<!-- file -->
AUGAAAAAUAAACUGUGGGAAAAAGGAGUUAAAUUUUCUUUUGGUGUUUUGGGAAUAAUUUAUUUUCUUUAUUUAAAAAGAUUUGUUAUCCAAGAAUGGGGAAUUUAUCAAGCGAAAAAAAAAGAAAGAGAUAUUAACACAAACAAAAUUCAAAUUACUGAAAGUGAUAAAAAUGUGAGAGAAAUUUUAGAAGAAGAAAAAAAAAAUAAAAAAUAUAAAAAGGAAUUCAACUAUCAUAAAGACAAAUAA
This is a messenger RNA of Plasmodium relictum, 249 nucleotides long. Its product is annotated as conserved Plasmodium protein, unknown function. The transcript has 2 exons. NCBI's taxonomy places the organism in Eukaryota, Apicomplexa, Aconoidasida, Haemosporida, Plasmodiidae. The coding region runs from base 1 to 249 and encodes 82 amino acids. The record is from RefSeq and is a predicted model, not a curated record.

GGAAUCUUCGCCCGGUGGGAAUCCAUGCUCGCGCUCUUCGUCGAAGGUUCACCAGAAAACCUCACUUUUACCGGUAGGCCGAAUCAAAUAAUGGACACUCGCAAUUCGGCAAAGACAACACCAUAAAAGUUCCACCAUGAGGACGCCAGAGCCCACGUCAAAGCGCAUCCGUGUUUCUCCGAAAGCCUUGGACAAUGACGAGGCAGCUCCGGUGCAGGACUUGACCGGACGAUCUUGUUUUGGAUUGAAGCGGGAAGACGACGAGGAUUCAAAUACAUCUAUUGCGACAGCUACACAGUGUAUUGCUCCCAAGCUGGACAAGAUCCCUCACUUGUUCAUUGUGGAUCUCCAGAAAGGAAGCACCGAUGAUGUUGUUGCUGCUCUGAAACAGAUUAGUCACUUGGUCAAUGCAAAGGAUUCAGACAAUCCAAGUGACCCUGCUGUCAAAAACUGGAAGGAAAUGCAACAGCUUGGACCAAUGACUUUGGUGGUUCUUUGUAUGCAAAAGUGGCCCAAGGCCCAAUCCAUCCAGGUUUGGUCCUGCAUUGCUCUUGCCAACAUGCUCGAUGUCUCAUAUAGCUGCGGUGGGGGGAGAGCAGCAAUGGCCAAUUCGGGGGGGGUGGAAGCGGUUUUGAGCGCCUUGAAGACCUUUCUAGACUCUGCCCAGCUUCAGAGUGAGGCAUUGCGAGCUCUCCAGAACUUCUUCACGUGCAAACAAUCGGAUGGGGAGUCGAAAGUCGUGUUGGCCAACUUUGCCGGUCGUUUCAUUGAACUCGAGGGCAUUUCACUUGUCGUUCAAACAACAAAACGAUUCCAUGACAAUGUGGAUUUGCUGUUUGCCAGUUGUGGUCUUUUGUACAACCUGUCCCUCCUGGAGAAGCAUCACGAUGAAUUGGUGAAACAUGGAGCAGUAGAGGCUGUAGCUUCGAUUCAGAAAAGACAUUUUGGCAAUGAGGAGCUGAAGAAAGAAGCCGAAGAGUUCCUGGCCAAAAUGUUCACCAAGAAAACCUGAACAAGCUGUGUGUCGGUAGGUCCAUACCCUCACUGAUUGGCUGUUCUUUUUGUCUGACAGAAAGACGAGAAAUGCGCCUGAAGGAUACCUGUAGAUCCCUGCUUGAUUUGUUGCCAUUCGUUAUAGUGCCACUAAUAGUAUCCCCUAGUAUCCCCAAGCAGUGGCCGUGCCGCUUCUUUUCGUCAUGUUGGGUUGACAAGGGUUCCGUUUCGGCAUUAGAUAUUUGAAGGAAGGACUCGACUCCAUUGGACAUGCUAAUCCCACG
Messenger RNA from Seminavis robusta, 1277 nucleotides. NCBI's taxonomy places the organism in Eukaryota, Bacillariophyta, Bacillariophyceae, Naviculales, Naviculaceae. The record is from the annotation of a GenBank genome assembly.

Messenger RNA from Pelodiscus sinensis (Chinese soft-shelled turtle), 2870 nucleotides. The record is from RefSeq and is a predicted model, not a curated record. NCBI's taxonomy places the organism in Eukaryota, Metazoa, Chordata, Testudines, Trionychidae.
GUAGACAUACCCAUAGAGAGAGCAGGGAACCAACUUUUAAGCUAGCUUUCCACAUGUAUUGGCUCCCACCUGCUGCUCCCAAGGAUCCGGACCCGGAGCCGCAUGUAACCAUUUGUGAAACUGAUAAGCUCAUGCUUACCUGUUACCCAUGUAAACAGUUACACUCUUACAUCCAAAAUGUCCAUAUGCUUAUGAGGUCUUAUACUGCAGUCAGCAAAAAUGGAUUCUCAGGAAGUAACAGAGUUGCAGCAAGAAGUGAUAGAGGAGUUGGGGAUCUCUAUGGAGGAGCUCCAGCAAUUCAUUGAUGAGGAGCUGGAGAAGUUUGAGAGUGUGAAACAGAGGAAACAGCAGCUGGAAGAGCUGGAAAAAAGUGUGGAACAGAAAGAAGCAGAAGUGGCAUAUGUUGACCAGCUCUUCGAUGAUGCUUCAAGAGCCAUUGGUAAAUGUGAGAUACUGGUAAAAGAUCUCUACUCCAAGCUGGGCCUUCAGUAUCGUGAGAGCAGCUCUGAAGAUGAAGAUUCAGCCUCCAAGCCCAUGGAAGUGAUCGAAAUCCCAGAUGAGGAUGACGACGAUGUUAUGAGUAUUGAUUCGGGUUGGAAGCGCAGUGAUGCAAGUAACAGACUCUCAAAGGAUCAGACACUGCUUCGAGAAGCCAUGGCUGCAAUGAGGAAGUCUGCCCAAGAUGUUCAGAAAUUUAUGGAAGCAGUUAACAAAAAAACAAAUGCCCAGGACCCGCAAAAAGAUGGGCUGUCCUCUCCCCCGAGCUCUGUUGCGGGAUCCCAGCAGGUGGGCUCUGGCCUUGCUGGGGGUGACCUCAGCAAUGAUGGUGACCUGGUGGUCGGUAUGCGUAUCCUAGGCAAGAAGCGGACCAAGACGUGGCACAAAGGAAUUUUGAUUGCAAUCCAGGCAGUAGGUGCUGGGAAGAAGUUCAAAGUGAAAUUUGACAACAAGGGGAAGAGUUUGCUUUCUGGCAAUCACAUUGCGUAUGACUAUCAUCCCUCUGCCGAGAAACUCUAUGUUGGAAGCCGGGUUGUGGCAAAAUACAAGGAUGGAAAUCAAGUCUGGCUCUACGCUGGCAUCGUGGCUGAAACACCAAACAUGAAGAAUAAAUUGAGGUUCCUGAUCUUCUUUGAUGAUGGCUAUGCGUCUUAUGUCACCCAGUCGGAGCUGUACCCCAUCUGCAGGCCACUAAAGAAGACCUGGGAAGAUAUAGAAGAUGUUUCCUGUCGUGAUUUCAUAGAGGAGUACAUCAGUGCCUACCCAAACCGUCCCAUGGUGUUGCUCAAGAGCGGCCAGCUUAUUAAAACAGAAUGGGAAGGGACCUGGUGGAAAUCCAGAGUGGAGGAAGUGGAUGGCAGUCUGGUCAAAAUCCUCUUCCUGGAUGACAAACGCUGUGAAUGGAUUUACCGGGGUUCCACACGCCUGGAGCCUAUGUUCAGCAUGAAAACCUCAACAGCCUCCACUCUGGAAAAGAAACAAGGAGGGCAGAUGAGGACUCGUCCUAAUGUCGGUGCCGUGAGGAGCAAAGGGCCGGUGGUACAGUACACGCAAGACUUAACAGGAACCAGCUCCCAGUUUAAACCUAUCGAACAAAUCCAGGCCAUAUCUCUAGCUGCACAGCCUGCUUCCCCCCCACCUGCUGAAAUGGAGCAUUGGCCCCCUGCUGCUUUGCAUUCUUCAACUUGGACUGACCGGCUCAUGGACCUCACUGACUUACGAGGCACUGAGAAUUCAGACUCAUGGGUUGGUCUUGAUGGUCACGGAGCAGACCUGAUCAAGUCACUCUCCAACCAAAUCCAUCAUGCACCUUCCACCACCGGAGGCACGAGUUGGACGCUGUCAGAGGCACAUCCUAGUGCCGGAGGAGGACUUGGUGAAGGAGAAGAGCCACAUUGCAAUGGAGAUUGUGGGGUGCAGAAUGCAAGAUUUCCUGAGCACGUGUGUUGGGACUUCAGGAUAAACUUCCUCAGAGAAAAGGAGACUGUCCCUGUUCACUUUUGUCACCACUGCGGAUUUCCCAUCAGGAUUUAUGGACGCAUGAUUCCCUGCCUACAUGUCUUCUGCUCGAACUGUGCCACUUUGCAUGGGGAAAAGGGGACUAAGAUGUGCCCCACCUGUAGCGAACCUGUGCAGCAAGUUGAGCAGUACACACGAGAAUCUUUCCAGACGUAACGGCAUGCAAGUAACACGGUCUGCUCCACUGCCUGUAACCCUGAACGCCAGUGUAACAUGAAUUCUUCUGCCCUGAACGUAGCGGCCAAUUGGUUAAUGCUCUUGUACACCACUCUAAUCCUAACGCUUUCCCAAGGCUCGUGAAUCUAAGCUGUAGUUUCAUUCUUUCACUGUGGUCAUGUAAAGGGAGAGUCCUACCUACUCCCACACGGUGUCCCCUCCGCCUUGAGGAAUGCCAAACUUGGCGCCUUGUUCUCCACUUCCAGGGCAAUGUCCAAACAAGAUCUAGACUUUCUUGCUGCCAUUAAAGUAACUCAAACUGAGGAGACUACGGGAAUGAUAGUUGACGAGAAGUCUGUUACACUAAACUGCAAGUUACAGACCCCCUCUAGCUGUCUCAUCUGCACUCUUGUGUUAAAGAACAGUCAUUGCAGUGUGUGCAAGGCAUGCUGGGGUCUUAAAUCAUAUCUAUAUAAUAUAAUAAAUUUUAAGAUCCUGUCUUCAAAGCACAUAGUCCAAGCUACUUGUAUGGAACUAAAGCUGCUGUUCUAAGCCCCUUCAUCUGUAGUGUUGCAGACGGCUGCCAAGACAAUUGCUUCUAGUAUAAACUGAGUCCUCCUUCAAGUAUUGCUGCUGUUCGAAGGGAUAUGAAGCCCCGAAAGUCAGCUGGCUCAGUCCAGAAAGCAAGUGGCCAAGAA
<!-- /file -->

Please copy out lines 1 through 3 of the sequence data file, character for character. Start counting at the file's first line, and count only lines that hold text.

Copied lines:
AUGAAAAAUAAACUGUGGGAAAAAGGAGUUAAAUUUUCUUUUGGUGUUUUGGGAAUAAUUUAUUUUCUUUAUUUAAAAAGAUUUGUUAUCCAAGAAUGGGGAAUUUAUCAAGCGAAAAAAAAAGAAAGAGAUAUUAACACAAACAAAAUUCAAAUUACUGAAAGUGAUAAAAAUGUGAGAGAAAUUUUAGAAGAAGAAAAAAAAAAUAAAAAAUAUAAAAAGGAAUUCAACUAUCAUAAAGACAAAUAA
This is a messenger RNA of Plasmodium relictum, 249 nucleotides long. Its product is annotated as conserved Plasmodium protein, unknown function. The transcript has 2 exons. NCBI's taxonomy places the organism in Eukaryota, Apicomplexa, Aconoidasida, Haemosporida, Plasmodiidae. The coding region runs from base 1 to 249 and encodes 82 amino acids. The record is from RefSeq and is a predicted model, not a curated record.

GGAAUCUUCGCCCGGUGGGAAUCCAUGCUCGCGCUCUUCGUCGAAGGUUCACCAGAAAACCUCACUUUUACCGGUAGGCCGAAUCAAAUAAUGGACACUCGCAAUUCGGCAAAGACAACACCAUAAAAGUUCCACCAUGAGGACGCCAGAGCCCACGUCAAAGCGCAUCCGUGUUUCUCCGAAAGCCUUGGACAAUGACGAGGCAGCUCCGGUGCAGGACUUGACCGGACGAUCUUGUUUUGGAUUGAAGCGGGAAGACGACGAGGAUUCAAAUACAUCUAUUGCGACAGCUACACAGUGUAUUGCUCCCAAGCUGGACAAGAUCCCUCACUUGUUCAUUGUGGAUCUCCAGAAAGGAAGCACCGAUGAUGUUGUUGCUGCUCUGAAACAGAUUAGUCACUUGGUCAAUGCAAAGGAUUCAGACAAUCCAAGUGACCCUGCUGUCAAAAACUGGAAGGAAAUGCAACAGCUUGGACCAAUGACUUUGGUGGUUCUUUGUAUGCAAAAGUGGCCCAAGGCCCAAUCCAUCCAGGUUUGGUCCUGCAUUGCUCUUGCCAACAUGCUCGAUGUCUCAUAUAGCUGCGGUGGGGGGAGAGCAGCAAUGGCCAAUUCGGGGGGGGUGGAAGCGGUUUUGAGCGCCUUGAAGACCUUUCUAGACUCUGCCCAGCUUCAGAGUGAGGCAUUGCGAGCUCUCCAGAACUUCUUCACGUGCAAACAAUCGGAUGGGGAGUCGAAAGUCGUGUUGGCCAACUUUGCCGGUCGUUUCAUUGAACUCGAGGGCAUUUCACUUGUCGUUCAAACAACAAAACGAUUCCAUGACAAUGUGGAUUUGCUGUUUGCCAGUUGUGGUCUUUUGUACAACCUGUCCCUCCUGGAGAAGCAUCACGAUGAAUUGGUGAAACAUGGAGCAGUAGAGGCUGUAGCUUCGAUUCAGAAAAGACAUUUUGGCAAUGAGGAGCUGAAGAAAGAAGCCGAAGAGUUCCUGGCCAAAAUGUUCACCAAGAAAACCUGAACAAGCUGUGUGUCGGUAGGUCCAUACCCUCACUGAUUGGCUGUUCUUUUUGUCUGACAGAAAGACGAGAAAUGCGCCUGAAGGAUACCUGUAGAUCCCUGCUUGAUUUGUUGCCAUUCGUUAUAGUGCCACUAAUAGUAUCCCCUAGUAUCCCCAAGCAGUGGCCGUGCCGCUUCUUUUCGUCAUGUUGGGUUGACAAGGGUUCCGUUUCGGCAUUAGAUAUUUGAAGGAAGGACUCGACUCCAUUGGACAUGCUAAUCCCACG